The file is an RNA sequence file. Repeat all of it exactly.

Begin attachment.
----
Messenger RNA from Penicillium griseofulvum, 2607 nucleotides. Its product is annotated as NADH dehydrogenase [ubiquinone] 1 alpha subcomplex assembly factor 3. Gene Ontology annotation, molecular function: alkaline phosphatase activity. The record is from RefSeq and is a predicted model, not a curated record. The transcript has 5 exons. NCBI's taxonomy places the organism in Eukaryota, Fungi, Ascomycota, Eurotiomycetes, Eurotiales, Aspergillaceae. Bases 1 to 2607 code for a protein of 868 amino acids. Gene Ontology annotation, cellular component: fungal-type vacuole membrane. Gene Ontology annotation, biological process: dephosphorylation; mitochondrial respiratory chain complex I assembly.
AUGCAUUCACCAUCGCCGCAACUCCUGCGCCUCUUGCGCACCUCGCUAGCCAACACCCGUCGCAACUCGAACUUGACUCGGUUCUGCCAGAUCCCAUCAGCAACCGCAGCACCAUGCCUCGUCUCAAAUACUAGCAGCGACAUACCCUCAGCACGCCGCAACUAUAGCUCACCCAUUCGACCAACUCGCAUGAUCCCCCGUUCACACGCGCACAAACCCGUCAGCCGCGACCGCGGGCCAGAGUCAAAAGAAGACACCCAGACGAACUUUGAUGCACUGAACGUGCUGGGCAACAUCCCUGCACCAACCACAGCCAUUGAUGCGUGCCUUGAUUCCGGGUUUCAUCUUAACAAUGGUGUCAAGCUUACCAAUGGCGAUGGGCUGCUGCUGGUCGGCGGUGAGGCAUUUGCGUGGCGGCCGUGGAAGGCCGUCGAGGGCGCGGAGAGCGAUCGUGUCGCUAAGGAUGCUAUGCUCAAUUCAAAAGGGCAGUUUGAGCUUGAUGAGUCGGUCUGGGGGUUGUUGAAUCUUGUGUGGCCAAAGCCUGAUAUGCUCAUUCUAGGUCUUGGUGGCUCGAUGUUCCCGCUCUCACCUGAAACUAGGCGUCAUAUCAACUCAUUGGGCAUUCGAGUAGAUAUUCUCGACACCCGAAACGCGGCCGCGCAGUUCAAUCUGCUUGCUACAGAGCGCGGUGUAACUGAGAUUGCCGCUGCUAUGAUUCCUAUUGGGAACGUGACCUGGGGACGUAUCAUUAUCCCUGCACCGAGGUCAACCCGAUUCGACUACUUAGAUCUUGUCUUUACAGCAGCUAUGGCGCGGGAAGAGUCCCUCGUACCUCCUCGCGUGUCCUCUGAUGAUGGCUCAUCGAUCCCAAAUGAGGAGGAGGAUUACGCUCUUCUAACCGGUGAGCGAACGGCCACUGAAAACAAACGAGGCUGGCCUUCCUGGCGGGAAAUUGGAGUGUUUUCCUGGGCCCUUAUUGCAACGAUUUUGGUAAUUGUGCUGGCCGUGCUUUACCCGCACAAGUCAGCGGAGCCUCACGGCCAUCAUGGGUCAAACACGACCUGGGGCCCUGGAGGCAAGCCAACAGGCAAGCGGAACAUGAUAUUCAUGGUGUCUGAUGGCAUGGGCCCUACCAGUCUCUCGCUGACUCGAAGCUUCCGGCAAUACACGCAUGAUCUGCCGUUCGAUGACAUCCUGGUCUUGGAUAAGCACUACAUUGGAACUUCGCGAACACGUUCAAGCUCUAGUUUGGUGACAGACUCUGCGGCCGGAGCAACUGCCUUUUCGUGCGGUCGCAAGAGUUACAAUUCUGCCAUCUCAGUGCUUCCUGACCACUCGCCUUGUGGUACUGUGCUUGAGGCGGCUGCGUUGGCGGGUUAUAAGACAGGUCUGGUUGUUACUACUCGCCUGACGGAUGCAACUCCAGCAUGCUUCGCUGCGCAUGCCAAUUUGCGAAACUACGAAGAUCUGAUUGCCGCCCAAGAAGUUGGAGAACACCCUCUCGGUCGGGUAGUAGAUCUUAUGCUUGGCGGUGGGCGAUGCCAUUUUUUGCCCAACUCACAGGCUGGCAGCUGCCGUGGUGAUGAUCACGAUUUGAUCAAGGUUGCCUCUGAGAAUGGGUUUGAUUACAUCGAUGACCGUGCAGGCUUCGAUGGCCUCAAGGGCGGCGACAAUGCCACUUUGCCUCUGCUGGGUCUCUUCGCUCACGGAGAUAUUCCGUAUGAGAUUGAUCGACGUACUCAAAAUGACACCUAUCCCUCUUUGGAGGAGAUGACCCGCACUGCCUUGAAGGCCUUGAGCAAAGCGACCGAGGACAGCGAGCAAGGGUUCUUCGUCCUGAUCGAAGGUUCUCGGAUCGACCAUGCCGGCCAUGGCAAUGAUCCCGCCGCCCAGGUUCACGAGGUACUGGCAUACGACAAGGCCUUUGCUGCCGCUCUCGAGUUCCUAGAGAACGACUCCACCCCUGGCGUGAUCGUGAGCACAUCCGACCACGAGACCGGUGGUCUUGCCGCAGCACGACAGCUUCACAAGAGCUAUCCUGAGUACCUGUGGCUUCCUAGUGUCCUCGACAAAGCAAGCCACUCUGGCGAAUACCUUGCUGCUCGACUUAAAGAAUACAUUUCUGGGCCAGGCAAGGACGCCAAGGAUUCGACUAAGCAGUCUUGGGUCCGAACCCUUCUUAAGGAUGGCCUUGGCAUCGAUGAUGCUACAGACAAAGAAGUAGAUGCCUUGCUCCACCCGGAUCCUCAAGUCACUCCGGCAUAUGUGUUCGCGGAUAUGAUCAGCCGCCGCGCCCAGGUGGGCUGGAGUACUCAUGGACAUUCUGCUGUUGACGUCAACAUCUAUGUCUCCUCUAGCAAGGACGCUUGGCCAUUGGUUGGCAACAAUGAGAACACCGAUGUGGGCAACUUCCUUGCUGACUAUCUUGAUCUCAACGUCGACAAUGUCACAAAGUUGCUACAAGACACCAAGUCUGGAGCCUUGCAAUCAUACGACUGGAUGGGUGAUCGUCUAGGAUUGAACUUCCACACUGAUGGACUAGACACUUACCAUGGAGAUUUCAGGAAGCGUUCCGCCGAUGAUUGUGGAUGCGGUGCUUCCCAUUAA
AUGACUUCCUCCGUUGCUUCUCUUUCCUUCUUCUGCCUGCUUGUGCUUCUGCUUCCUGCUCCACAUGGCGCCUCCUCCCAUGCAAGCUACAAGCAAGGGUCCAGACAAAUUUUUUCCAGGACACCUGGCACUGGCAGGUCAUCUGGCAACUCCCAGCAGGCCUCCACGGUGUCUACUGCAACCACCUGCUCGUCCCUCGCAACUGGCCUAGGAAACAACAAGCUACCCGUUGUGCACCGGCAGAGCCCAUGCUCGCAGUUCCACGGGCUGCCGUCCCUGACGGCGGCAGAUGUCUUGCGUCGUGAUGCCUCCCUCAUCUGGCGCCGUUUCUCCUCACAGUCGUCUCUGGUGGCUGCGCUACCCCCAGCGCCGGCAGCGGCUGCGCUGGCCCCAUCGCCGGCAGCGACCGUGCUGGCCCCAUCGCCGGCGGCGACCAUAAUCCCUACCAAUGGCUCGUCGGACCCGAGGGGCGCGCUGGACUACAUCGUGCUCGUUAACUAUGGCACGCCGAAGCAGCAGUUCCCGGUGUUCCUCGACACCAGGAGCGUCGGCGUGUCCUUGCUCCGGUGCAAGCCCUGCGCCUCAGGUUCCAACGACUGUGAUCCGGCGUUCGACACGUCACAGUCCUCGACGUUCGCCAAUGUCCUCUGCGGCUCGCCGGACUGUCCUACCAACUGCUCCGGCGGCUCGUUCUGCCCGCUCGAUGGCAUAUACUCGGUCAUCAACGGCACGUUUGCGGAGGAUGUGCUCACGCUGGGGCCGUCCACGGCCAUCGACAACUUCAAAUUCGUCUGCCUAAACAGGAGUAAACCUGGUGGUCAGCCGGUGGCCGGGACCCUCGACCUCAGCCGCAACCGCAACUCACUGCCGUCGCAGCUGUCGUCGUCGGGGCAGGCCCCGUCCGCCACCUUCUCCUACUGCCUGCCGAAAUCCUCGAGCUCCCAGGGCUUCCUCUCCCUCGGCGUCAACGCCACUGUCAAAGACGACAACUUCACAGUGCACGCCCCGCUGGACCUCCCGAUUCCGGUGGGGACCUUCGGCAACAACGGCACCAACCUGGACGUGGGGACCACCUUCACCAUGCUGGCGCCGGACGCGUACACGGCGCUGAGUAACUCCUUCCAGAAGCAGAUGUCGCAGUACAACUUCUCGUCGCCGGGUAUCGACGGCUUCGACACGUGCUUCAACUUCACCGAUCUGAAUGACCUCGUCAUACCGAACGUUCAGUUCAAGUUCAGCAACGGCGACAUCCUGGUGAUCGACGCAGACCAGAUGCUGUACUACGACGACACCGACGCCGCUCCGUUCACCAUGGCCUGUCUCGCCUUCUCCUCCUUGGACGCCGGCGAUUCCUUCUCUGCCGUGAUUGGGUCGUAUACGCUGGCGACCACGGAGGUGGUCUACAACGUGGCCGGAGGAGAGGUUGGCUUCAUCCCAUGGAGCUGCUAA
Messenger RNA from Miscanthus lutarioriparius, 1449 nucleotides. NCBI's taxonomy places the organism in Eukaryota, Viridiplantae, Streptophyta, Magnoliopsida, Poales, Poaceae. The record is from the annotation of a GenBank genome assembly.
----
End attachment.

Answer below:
Messenger RNA from Penicillium griseofulvum, 2607 nucleotides. Its product is annotated as NADH dehydrogenase [ubiquinone] 1 alpha subcomplex assembly factor 3. Gene Ontology annotation, molecular function: alkaline phosphatase activity. The record is from RefSeq and is a predicted model, not a curated record. The transcript has 5 exons. NCBI's taxonomy places the organism in Eukaryota, Fungi, Ascomycota, Eurotiomycetes, Eurotiales, Aspergillaceae. Bases 1 to 2607 code for a protein of 868 amino acids. Gene Ontology annotation, cellular component: fungal-type vacuole membrane. Gene Ontology annotation, biological process: dephosphorylation; mitochondrial respiratory chain complex I assembly.
AUGCAUUCACCAUCGCCGCAACUCCUGCGCCUCUUGCGCACCUCGCUAGCCAACACCCGUCGCAACUCGAACUUGACUCGGUUCUGCCAGAUCCCAUCAGCAACCGCAGCACCAUGCCUCGUCUCAAAUACUAGCAGCGACAUACCCUCAGCACGCCGCAACUAUAGCUCACCCAUUCGACCAACUCGCAUGAUCCCCCGUUCACACGCGCACAAACCCGUCAGCCGCGACCGCGGGCCAGAGUCAAAAGAAGACACCCAGACGAACUUUGAUGCACUGAACGUGCUGGGCAACAUCCCUGCACCAACCACAGCCAUUGAUGCGUGCCUUGAUUCCGGGUUUCAUCUUAACAAUGGUGUCAAGCUUACCAAUGGCGAUGGGCUGCUGCUGGUCGGCGGUGAGGCAUUUGCGUGGCGGCCGUGGAAGGCCGUCGAGGGCGCGGAGAGCGAUCGUGUCGCUAAGGAUGCUAUGCUCAAUUCAAAAGGGCAGUUUGAGCUUGAUGAGUCGGUCUGGGGGUUGUUGAAUCUUGUGUGGCCAAAGCCUGAUAUGCUCAUUCUAGGUCUUGGUGGCUCGAUGUUCCCGCUCUCACCUGAAACUAGGCGUCAUAUCAACUCAUUGGGCAUUCGAGUAGAUAUUCUCGACACCCGAAACGCGGCCGCGCAGUUCAAUCUGCUUGCUACAGAGCGCGGUGUAACUGAGAUUGCCGCUGCUAUGAUUCCUAUUGGGAACGUGACCUGGGGACGUAUCAUUAUCCCUGCACCGAGGUCAACCCGAUUCGACUACUUAGAUCUUGUCUUUACAGCAGCUAUGGCGCGGGAAGAGUCCCUCGUACCUCCUCGCGUGUCCUCUGAUGAUGGCUCAUCGAUCCCAAAUGAGGAGGAGGAUUACGCUCUUCUAACCGGUGAGCGAACGGCCACUGAAAACAAACGAGGCUGGCCUUCCUGGCGGGAAAUUGGAGUGUUUUCCUGGGCCCUUAUUGCAACGAUUUUGGUAAUUGUGCUGGCCGUGCUUUACCCGCACAAGUCAGCGGAGCCUCACGGCCAUCAUGGGUCAAACACGACCUGGGGCCCUGGAGGCAAGCCAACAGGCAAGCGGAACAUGAUAUUCAUGGUGUCUGAUGGCAUGGGCCCUACCAGUCUCUCGCUGACUCGAAGCUUCCGGCAAUACACGCAUGAUCUGCCGUUCGAUGACAUCCUGGUCUUGGAUAAGCACUACAUUGGAACUUCGCGAACACGUUCAAGCUCUAGUUUGGUGACAGACUCUGCGGCCGGAGCAACUGCCUUUUCGUGCGGUCGCAAGAGUUACAAUUCUGCCAUCUCAGUGCUUCCUGACCACUCGCCUUGUGGUACUGUGCUUGAGGCGGCUGCGUUGGCGGGUUAUAAGACAGGUCUGGUUGUUACUACUCGCCUGACGGAUGCAACUCCAGCAUGCUUCGCUGCGCAUGCCAAUUUGCGAAACUACGAAGAUCUGAUUGCCGCCCAAGAAGUUGGAGAACACCCUCUCGGUCGGGUAGUAGAUCUUAUGCUUGGCGGUGGGCGAUGCCAUUUUUUGCCCAACUCACAGGCUGGCAGCUGCCGUGGUGAUGAUCACGAUUUGAUCAAGGUUGCCUCUGAGAAUGGGUUUGAUUACAUCGAUGACCGUGCAGGCUUCGAUGGCCUCAAGGGCGGCGACAAUGCCACUUUGCCUCUGCUGGGUCUCUUCGCUCACGGAGAUAUUCCGUAUGAGAUUGAUCGACGUACUCAAAAUGACACCUAUCCCUCUUUGGAGGAGAUGACCCGCACUGCCUUGAAGGCCUUGAGCAAAGCGACCGAGGACAGCGAGCAAGGGUUCUUCGUCCUGAUCGAAGGUUCUCGGAUCGACCAUGCCGGCCAUGGCAAUGAUCCCGCCGCCCAGGUUCACGAGGUACUGGCAUACGACAAGGCCUUUGCUGCCGCUCUCGAGUUCCUAGAGAACGACUCCACCCCUGGCGUGAUCGUGAGCACAUCCGACCACGAGACCGGUGGUCUUGCCGCAGCACGACAGCUUCACAAGAGCUAUCCUGAGUACCUGUGGCUUCCUAGUGUCCUCGACAAAGCAAGCCACUCUGGCGAAUACCUUGCUGCUCGACUUAAAGAAUACAUUUCUGGGCCAGGCAAGGACGCCAAGGAUUCGACUAAGCAGUCUUGGGUCCGAACCCUUCUUAAGGAUGGCCUUGGCAUCGAUGAUGCUACAGACAAAGAAGUAGAUGCCUUGCUCCACCCGGAUCCUCAAGUCACUCCGGCAUAUGUGUUCGCGGAUAUGAUCAGCCGCCGCGCCCAGGUGGGCUGGAGUACUCAUGGACAUUCUGCUGUUGACGUCAACAUCUAUGUCUCCUCUAGCAAGGACGCUUGGCCAUUGGUUGGCAACAAUGAGAACACCGAUGUGGGCAACUUCCUUGCUGACUAUCUUGAUCUCAACGUCGACAAUGUCACAAAGUUGCUACAAGACACCAAGUCUGGAGCCUUGCAAUCAUACGACUGGAUGGGUGAUCGUCUAGGAUUGAACUUCCACACUGAUGGACUAGACACUUACCAUGGAGAUUUCAGGAAGCGUUCCGCCGAUGAUUGUGGAUGCGGUGCUUCCCAUUAA
AUGACUUCCUCCGUUGCUUCUCUUUCCUUCUUCUGCCUGCUUGUGCUUCUGCUUCCUGCUCCACAUGGCGCCUCCUCCCAUGCAAGCUACAAGCAAGGGUCCAGACAAAUUUUUUCCAGGACACCUGGCACUGGCAGGUCAUCUGGCAACUCCCAGCAGGCCUCCACGGUGUCUACUGCAACCACCUGCUCGUCCCUCGCAACUGGCCUAGGAAACAACAAGCUACCCGUUGUGCACCGGCAGAGCCCAUGCUCGCAGUUCCACGGGCUGCCGUCCCUGACGGCGGCAGAUGUCUUGCGUCGUGAUGCCUCCCUCAUCUGGCGCCGUUUCUCCUCACAGUCGUCUCUGGUGGCUGCGCUACCCCCAGCGCCGGCAGCGGCUGCGCUGGCCCCAUCGCCGGCAGCGACCGUGCUGGCCCCAUCGCCGGCGGCGACCAUAAUCCCUACCAAUGGCUCGUCGGACCCGAGGGGCGCGCUGGACUACAUCGUGCUCGUUAACUAUGGCACGCCGAAGCAGCAGUUCCCGGUGUUCCUCGACACCAGGAGCGUCGGCGUGUCCUUGCUCCGGUGCAAGCCCUGCGCCUCAGGUUCCAACGACUGUGAUCCGGCGUUCGACACGUCACAGUCCUCGACGUUCGCCAAUGUCCUCUGCGGCUCGCCGGACUGUCCUACCAACUGCUCCGGCGGCUCGUUCUGCCCGCUCGAUGGCAUAUACUCGGUCAUCAACGGCACGUUUGCGGAGGAUGUGCUCACGCUGGGGCCGUCCACGGCCAUCGACAACUUCAAAUUCGUCUGCCUAAACAGGAGUAAACCUGGUGGUCAGCCGGUGGCCGGGACCCUCGACCUCAGCCGCAACCGCAACUCACUGCCGUCGCAGCUGUCGUCGUCGGGGCAGGCCCCGUCCGCCACCUUCUCCUACUGCCUGCCGAAAUCCUCGAGCUCCCAGGGCUUCCUCUCCCUCGGCGUCAACGCCACUGUCAAAGACGACAACUUCACAGUGCACGCCCCGCUGGACCUCCCGAUUCCGGUGGGGACCUUCGGCAACAACGGCACCAACCUGGACGUGGGGACCACCUUCACCAUGCUGGCGCCGGACGCGUACACGGCGCUGAGUAACUCCUUCCAGAAGCAGAUGUCGCAGUACAACUUCUCGUCGCCGGGUAUCGACGGCUUCGACACGUGCUUCAACUUCACCGAUCUGAAUGACCUCGUCAUACCGAACGUUCAGUUCAAGUUCAGCAACGGCGACAUCCUGGUGAUCGACGCAGACCAGAUGCUGUACUACGACGACACCGACGCCGCUCCGUUCACCAUGGCCUGUCUCGCCUUCUCCUCCUUGGACGCCGGCGAUUCCUUCUCUGCCGUGAUUGGGUCGUAUACGCUGGCGACCACGGAGGUGGUCUACAACGUGGCCGGAGGAGAGGUUGGCUUCAUCCCAUGGAGCUGCUAA
Messenger RNA from Miscanthus lutarioriparius, 1449 nucleotides. NCBI's taxonomy places the organism in Eukaryota, Viridiplantae, Streptophyta, Magnoliopsida, Poales, Poaceae. The record is from the annotation of a GenBank genome assembly.